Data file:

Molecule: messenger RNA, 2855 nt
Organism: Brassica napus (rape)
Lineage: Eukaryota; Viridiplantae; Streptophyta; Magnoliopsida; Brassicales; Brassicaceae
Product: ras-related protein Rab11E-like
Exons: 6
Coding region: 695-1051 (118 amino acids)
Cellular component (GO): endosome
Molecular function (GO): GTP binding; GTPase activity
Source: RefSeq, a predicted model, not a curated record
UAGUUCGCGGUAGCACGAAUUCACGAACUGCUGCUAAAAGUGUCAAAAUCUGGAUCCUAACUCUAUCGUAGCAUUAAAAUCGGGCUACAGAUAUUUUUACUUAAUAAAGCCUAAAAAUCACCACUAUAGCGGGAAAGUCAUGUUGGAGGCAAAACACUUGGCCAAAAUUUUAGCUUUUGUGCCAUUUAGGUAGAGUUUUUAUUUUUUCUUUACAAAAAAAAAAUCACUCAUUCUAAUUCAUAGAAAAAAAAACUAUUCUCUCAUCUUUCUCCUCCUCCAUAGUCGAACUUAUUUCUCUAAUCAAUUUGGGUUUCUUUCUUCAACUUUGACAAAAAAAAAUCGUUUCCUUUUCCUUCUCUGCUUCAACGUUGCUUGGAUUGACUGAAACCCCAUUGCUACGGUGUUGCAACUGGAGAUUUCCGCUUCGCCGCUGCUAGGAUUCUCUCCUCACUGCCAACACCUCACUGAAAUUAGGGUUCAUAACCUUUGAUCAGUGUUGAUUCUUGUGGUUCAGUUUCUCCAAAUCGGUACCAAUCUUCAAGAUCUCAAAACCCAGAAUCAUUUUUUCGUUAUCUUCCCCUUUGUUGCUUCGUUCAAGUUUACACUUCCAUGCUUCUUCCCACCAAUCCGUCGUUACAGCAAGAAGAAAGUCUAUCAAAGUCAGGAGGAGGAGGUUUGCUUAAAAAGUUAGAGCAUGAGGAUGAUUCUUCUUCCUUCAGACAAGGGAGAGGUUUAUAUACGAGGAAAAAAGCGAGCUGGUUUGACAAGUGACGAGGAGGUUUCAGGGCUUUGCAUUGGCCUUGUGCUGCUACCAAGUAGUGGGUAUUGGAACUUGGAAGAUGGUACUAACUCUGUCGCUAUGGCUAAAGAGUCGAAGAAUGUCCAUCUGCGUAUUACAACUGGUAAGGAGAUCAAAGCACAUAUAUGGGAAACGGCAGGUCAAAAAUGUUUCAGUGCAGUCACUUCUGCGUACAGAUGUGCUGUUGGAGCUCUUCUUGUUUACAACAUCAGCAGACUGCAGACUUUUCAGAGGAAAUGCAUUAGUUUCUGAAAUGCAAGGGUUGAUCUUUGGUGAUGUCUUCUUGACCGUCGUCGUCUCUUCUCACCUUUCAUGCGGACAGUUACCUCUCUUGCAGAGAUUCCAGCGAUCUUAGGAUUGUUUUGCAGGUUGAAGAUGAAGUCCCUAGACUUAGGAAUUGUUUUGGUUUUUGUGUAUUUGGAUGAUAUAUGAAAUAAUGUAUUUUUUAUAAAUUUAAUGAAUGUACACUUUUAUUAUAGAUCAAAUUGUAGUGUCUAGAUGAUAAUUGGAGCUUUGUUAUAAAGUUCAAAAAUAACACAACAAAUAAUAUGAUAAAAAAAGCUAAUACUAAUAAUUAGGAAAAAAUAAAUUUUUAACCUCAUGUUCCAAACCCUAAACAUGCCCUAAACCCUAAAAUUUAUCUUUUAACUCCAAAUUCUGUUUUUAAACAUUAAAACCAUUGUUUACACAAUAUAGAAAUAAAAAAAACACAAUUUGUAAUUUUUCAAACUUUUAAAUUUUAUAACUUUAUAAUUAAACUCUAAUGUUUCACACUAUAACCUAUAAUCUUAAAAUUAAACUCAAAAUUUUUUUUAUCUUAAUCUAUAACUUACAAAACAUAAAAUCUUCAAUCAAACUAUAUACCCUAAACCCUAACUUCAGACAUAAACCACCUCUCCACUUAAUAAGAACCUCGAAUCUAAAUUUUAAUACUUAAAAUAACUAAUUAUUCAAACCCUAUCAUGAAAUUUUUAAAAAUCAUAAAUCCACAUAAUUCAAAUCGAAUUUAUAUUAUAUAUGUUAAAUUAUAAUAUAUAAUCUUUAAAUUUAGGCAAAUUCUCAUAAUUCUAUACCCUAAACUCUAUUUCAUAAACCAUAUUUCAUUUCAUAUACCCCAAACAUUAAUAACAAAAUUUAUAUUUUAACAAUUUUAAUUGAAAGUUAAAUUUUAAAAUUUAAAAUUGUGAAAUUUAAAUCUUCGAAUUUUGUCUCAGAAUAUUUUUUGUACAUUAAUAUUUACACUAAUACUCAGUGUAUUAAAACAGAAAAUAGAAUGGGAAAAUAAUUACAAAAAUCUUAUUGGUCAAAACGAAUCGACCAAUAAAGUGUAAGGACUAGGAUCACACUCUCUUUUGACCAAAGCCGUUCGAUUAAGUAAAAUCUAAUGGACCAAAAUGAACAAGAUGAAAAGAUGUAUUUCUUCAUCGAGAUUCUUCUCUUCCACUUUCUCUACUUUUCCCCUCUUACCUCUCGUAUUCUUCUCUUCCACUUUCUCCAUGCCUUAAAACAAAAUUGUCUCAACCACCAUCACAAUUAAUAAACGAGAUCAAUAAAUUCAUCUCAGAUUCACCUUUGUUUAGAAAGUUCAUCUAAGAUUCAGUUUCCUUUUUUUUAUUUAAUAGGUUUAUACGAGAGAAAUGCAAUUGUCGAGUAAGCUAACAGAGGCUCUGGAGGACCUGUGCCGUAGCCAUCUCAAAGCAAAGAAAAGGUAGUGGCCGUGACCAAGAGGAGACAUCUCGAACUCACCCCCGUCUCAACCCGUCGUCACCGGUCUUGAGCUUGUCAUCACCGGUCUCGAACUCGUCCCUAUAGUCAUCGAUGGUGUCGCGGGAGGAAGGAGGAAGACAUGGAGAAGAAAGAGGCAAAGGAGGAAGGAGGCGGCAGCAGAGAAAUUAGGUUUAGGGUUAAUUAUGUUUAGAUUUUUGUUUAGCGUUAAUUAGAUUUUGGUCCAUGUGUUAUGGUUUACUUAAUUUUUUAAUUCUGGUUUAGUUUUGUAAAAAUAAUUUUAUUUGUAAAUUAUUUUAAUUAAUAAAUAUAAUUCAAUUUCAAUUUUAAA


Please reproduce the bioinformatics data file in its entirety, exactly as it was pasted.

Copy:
Molecule: messenger RNA, 2855 nt
Organism: Brassica napus (rape)
Lineage: Eukaryota; Viridiplantae; Streptophyta; Magnoliopsida; Brassicales; Brassicaceae
Product: ras-related protein Rab11E-like
Exons: 6
Coding region: 695-1051 (118 amino acids)
Cellular component (GO): endosome
Molecular function (GO): GTP binding; GTPase activity
Source: RefSeq, a predicted model, not a curated record
UAGUUCGCGGUAGCACGAAUUCACGAACUGCUGCUAAAAGUGUCAAAAUCUGGAUCCUAACUCUAUCGUAGCAUUAAAAUCGGGCUACAGAUAUUUUUACUUAAUAAAGCCUAAAAAUCACCACUAUAGCGGGAAAGUCAUGUUGGAGGCAAAACACUUGGCCAAAAUUUUAGCUUUUGUGCCAUUUAGGUAGAGUUUUUAUUUUUUCUUUACAAAAAAAAAAUCACUCAUUCUAAUUCAUAGAAAAAAAAACUAUUCUCUCAUCUUUCUCCUCCUCCAUAGUCGAACUUAUUUCUCUAAUCAAUUUGGGUUUCUUUCUUCAACUUUGACAAAAAAAAAUCGUUUCCUUUUCCUUCUCUGCUUCAACGUUGCUUGGAUUGACUGAAACCCCAUUGCUACGGUGUUGCAACUGGAGAUUUCCGCUUCGCCGCUGCUAGGAUUCUCUCCUCACUGCCAACACCUCACUGAAAUUAGGGUUCAUAACCUUUGAUCAGUGUUGAUUCUUGUGGUUCAGUUUCUCCAAAUCGGUACCAAUCUUCAAGAUCUCAAAACCCAGAAUCAUUUUUUCGUUAUCUUCCCCUUUGUUGCUUCGUUCAAGUUUACACUUCCAUGCUUCUUCCCACCAAUCCGUCGUUACAGCAAGAAGAAAGUCUAUCAAAGUCAGGAGGAGGAGGUUUGCUUAAAAAGUUAGAGCAUGAGGAUGAUUCUUCUUCCUUCAGACAAGGGAGAGGUUUAUAUACGAGGAAAAAAGCGAGCUGGUUUGACAAGUGACGAGGAGGUUUCAGGGCUUUGCAUUGGCCUUGUGCUGCUACCAAGUAGUGGGUAUUGGAACUUGGAAGAUGGUACUAACUCUGUCGCUAUGGCUAAAGAGUCGAAGAAUGUCCAUCUGCGUAUUACAACUGGUAAGGAGAUCAAAGCACAUAUAUGGGAAACGGCAGGUCAAAAAUGUUUCAGUGCAGUCACUUCUGCGUACAGAUGUGCUGUUGGAGCUCUUCUUGUUUACAACAUCAGCAGACUGCAGACUUUUCAGAGGAAAUGCAUUAGUUUCUGAAAUGCAAGGGUUGAUCUUUGGUGAUGUCUUCUUGACCGUCGUCGUCUCUUCUCACCUUUCAUGCGGACAGUUACCUCUCUUGCAGAGAUUCCAGCGAUCUUAGGAUUGUUUUGCAGGUUGAAGAUGAAGUCCCUAGACUUAGGAAUUGUUUUGGUUUUUGUGUAUUUGGAUGAUAUAUGAAAUAAUGUAUUUUUUAUAAAUUUAAUGAAUGUACACUUUUAUUAUAGAUCAAAUUGUAGUGUCUAGAUGAUAAUUGGAGCUUUGUUAUAAAGUUCAAAAAUAACACAACAAAUAAUAUGAUAAAAAAAGCUAAUACUAAUAAUUAGGAAAAAAUAAAUUUUUAACCUCAUGUUCCAAACCCUAAACAUGCCCUAAACCCUAAAAUUUAUCUUUUAACUCCAAAUUCUGUUUUUAAACAUUAAAACCAUUGUUUACACAAUAUAGAAAUAAAAAAAACACAAUUUGUAAUUUUUCAAACUUUUAAAUUUUAUAACUUUAUAAUUAAACUCUAAUGUUUCACACUAUAACCUAUAAUCUUAAAAUUAAACUCAAAAUUUUUUUUAUCUUAAUCUAUAACUUACAAAACAUAAAAUCUUCAAUCAAACUAUAUACCCUAAACCCUAACUUCAGACAUAAACCACCUCUCCACUUAAUAAGAACCUCGAAUCUAAAUUUUAAUACUUAAAAUAACUAAUUAUUCAAACCCUAUCAUGAAAUUUUUAAAAAUCAUAAAUCCACAUAAUUCAAAUCGAAUUUAUAUUAUAUAUGUUAAAUUAUAAUAUAUAAUCUUUAAAUUUAGGCAAAUUCUCAUAAUUCUAUACCCUAAACUCUAUUUCAUAAACCAUAUUUCAUUUCAUAUACCCCAAACAUUAAUAACAAAAUUUAUAUUUUAACAAUUUUAAUUGAAAGUUAAAUUUUAAAAUUUAAAAUUGUGAAAUUUAAAUCUUCGAAUUUUGUCUCAGAAUAUUUUUUGUACAUUAAUAUUUACACUAAUACUCAGUGUAUUAAAACAGAAAAUAGAAUGGGAAAAUAAUUACAAAAAUCUUAUUGGUCAAAACGAAUCGACCAAUAAAGUGUAAGGACUAGGAUCACACUCUCUUUUGACCAAAGCCGUUCGAUUAAGUAAAAUCUAAUGGACCAAAAUGAACAAGAUGAAAAGAUGUAUUUCUUCAUCGAGAUUCUUCUCUUCCACUUUCUCUACUUUUCCCCUCUUACCUCUCGUAUUCUUCUCUUCCACUUUCUCCAUGCCUUAAAACAAAAUUGUCUCAACCACCAUCACAAUUAAUAAACGAGAUCAAUAAAUUCAUCUCAGAUUCACCUUUGUUUAGAAAGUUCAUCUAAGAUUCAGUUUCCUUUUUUUUAUUUAAUAGGUUUAUACGAGAGAAAUGCAAUUGUCGAGUAAGCUAACAGAGGCUCUGGAGGACCUGUGCCGUAGCCAUCUCAAAGCAAAGAAAAGGUAGUGGCCGUGACCAAGAGGAGACAUCUCGAACUCACCCCCGUCUCAACCCGUCGUCACCGGUCUUGAGCUUGUCAUCACCGGUCUCGAACUCGUCCCUAUAGUCAUCGAUGGUGUCGCGGGAGGAAGGAGGAAGACAUGGAGAAGAAAGAGGCAAAGGAGGAAGGAGGCGGCAGCAGAGAAAUUAGGUUUAGGGUUAAUUAUGUUUAGAUUUUUGUUUAGCGUUAAUUAGAUUUUGGUCCAUGUGUUAUGGUUUACUUAAUUUUUUAAUUCUGGUUUAGUUUUGUAAAAAUAAUUUUAUUUGUAAAUUAUUUUAAUUAAUAAAUAUAAUUCAAUUUCAAUUUUAAA